The Colorado Court of Appeals decided a case in October 2011 addressing the issue of when an injured employee can receive workers’ compensation benefits after a physician has given the employee a maximum medical improvement declaration. The case demonstrates the role that medical improvement declarations play in Colorado’s workers’ compensation system.
Background of the Case
The claimant worked as a manager of a Kentucky Fried Chicken restaurant. In November 2008, the claimant had to work by herself running the entire restaurant after another employee walked off the job. The claimant injured herself and her employer sent her to see a physician, who diagnosed her with severe back strain. The doctor put work restrictions on the claimant and prescribed physical therapy and injections for the pain. In December 2008, the doctor said that the claimant was at maximum medical improvement (MMI) and that there was no permanent damage.
In March 2009 the claimant began to have back pain again, so she consulted her personal physician. An MRI revealed a bulging disc and a small annular tear. The doctor gave her an injection for the pain in June 2009, but the claimant’s pain worsened. In August 2009 the doctor told the claimant that she could no longer work and put her on a variety of medications.
The claimant told her employer about her condition and in October 2009 and filed a request for a hearing, claiming that she requested that her employer pay for her to go back to the original doctor for treatment but the employer refused. At the hearing, the administrative law judge (ALJ) ruled that the claimant had sustained a compensable injury in November 2008 and the later pain was a result of that injury. Since the employer had not provided medical care, physician selection fell to the employee and the employer needed to repay her for her medical bills. Additionally, the ALJ held that the employee should receive temporary total disability (TTD) benefits since her injury prevented her from working.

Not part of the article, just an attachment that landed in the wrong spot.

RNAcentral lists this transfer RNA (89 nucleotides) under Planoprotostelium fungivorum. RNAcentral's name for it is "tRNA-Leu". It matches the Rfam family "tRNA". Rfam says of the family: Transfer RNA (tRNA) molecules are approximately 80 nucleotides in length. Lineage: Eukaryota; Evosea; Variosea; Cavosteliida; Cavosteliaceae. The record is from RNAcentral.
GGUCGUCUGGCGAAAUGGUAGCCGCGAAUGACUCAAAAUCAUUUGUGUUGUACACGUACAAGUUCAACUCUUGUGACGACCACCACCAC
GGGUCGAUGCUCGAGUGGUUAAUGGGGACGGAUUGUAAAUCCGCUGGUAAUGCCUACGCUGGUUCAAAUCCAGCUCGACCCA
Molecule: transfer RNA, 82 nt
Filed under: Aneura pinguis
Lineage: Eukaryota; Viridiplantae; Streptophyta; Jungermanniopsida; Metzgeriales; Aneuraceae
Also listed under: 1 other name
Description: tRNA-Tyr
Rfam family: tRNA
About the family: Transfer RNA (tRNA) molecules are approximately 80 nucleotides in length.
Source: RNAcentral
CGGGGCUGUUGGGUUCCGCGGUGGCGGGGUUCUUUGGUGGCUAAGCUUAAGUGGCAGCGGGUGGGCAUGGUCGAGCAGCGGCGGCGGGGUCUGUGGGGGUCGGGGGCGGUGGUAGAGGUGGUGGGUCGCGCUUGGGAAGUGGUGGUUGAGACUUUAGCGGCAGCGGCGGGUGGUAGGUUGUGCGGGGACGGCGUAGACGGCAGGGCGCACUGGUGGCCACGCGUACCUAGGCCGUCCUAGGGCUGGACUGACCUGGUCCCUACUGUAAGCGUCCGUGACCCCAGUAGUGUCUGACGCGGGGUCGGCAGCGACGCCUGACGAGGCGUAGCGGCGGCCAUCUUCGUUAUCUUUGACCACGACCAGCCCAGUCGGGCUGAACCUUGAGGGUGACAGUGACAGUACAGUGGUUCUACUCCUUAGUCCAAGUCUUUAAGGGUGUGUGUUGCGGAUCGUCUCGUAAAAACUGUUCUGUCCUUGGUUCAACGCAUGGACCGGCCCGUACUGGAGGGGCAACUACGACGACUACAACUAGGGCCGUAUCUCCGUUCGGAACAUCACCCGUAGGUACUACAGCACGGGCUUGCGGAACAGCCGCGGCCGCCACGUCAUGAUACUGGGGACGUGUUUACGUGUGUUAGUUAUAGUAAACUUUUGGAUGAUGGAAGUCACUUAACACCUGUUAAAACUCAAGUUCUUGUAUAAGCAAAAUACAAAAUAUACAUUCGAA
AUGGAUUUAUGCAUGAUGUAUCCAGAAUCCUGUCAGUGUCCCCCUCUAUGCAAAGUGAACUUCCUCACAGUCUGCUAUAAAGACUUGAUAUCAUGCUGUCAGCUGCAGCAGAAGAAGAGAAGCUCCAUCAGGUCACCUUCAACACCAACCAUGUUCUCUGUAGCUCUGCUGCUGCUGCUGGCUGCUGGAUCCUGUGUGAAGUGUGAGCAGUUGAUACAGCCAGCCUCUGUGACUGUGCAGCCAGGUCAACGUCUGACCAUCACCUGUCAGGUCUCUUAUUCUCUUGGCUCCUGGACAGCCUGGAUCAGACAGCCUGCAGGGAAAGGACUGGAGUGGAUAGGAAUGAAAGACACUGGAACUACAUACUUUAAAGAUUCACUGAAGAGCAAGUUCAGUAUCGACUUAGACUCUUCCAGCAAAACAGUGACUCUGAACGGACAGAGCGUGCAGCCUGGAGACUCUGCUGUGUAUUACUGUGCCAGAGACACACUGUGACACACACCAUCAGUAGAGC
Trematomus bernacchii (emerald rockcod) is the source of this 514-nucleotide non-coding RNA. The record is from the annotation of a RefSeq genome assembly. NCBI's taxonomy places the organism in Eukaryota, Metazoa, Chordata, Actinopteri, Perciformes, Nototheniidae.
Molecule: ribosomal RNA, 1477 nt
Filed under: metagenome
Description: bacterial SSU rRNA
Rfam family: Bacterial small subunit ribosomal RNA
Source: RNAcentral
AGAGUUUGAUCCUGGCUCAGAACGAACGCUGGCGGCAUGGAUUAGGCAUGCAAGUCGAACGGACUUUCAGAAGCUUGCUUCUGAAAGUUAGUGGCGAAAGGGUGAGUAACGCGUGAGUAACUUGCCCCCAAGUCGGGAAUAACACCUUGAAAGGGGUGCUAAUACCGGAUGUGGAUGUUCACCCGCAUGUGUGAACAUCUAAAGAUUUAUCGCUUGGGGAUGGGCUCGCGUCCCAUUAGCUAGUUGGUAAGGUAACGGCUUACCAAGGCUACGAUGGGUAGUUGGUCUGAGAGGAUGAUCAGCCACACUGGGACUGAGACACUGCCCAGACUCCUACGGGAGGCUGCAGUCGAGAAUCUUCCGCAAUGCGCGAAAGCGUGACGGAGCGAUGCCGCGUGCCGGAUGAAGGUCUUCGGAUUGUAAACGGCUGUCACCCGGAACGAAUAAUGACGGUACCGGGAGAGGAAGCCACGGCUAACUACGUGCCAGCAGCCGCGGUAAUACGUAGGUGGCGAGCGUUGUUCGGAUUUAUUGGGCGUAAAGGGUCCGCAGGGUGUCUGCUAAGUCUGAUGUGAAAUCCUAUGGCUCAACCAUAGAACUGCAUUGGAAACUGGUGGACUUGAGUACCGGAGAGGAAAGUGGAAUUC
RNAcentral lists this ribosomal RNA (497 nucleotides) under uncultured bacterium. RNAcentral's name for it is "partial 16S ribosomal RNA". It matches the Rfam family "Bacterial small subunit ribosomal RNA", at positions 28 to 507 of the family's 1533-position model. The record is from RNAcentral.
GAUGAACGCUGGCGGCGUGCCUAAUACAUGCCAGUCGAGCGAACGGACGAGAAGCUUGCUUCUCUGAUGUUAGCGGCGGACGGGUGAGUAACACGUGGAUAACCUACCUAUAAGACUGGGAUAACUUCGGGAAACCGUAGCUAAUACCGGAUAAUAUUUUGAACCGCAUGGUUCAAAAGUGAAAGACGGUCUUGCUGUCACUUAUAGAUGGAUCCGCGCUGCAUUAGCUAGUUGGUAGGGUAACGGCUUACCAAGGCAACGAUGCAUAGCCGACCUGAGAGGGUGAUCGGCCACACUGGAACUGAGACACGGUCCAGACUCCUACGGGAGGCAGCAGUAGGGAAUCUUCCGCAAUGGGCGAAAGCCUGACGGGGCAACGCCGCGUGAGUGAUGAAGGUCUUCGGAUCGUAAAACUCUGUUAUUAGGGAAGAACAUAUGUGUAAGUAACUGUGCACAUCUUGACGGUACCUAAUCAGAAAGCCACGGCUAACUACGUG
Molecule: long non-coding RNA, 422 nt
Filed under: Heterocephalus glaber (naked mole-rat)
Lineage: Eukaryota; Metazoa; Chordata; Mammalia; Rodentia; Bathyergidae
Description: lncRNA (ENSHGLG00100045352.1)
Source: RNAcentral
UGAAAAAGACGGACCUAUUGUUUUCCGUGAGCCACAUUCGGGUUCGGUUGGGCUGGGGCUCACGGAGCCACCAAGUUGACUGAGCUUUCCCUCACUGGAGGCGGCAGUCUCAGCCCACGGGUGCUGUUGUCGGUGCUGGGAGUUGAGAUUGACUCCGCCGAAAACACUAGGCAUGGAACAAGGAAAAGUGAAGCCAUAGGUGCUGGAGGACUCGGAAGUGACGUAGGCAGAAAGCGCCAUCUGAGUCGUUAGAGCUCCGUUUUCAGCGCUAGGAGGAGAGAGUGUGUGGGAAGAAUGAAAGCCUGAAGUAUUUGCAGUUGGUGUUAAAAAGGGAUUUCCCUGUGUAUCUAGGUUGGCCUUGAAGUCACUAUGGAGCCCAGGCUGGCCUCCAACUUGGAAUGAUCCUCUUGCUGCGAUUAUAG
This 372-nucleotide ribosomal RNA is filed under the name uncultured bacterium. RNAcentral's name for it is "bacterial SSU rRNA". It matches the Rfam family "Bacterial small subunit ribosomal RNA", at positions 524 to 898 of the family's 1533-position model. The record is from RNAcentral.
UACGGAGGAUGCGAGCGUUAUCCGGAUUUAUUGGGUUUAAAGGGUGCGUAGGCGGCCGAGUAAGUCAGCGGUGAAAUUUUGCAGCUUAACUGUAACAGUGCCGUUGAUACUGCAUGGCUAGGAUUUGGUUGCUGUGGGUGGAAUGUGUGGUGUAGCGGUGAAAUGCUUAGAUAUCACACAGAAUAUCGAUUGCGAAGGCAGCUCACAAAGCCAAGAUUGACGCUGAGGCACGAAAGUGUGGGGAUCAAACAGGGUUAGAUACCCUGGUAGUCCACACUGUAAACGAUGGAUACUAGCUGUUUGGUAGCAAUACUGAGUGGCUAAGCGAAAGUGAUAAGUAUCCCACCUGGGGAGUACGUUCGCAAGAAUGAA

The employer appealed the decision and the Industrial Claims Appeals Office upheld the ALJ’s decision except for TTD benefits. The review panel noted that the claimant had not challenged the physicians claim that she had reached MMI, so she could not now receive TTD benefits. The claimant and the employer both appealed to the Court of Appeals.
The Court’s Decision
The appellate court upheld the ALJ’s finding that the claimant had met her burden of showing that she suffered a compensable injury. The court also found that since the employer had not offered treatment for the injury, the right to select a physician had passed to the employee and the employer needed to reimburse her for her care.
The appellate court reversed the review panel’s decision to set aside the claimant’s TTD benefits, due to the “unique circumstances” of the case. The court noted that although once a person reaches MMI, TTD benefits are often no longer available; the statute does not prevent the possibility of resuming benefits if a person’s condition worsens again after reaching MMI. The court noted that the claimant was not disputing that she reached MMI at the time the doctor declared it, just that her condition worsened again later. As such, the claimant was entitled to TTD benefits.
Medical Improvement Claims
This Court of Appeals case shows how MMI declarations operate in the Colorado Workers’ Compensation Act. When an employee sustains an injury at work, the employer often sends the employee to an authorized treating physician (ATP). The ATP treats the employee until the employee is either fully healed or no further treatment will improve the employee’s condition. At that point, the ATP declares that the employee has reached MMI. If the employee wishes to challenge the ATP’s declaration of MMI, the employee can request a division-sponsored independent medical examination (DIME). If an employee does not challenge the MMI declaration, then it becomes binding.
If the employee is not fully recovered when the ATP declares MMI, then the ATP will give the employee a permanent impairment rating, which if higher than 0 percent usually results in the insurer paying permanent disability benefits to the employee
When the ATP declares the employee has reached MMI, the insurer usually files a Final Admission of Liability (FAL). This form details the benefits the employer or insurer believes the employee is entitled to because of the injury. The FAL is also how the insurer closes a workers’ compensation case. If an employee wishes to challenge the benefits listed in the FAL or the closing of the case, it must be done within 30 days.
Obtaining workers’ compensation benefits can be challenging due to the complex nature of the laws and procedural rules. Navigating the system while trying to recover from an on-the-job-injury can be overwhelming. If you have been injured at work, contact an experienced attorney who can help you get the benefits you need.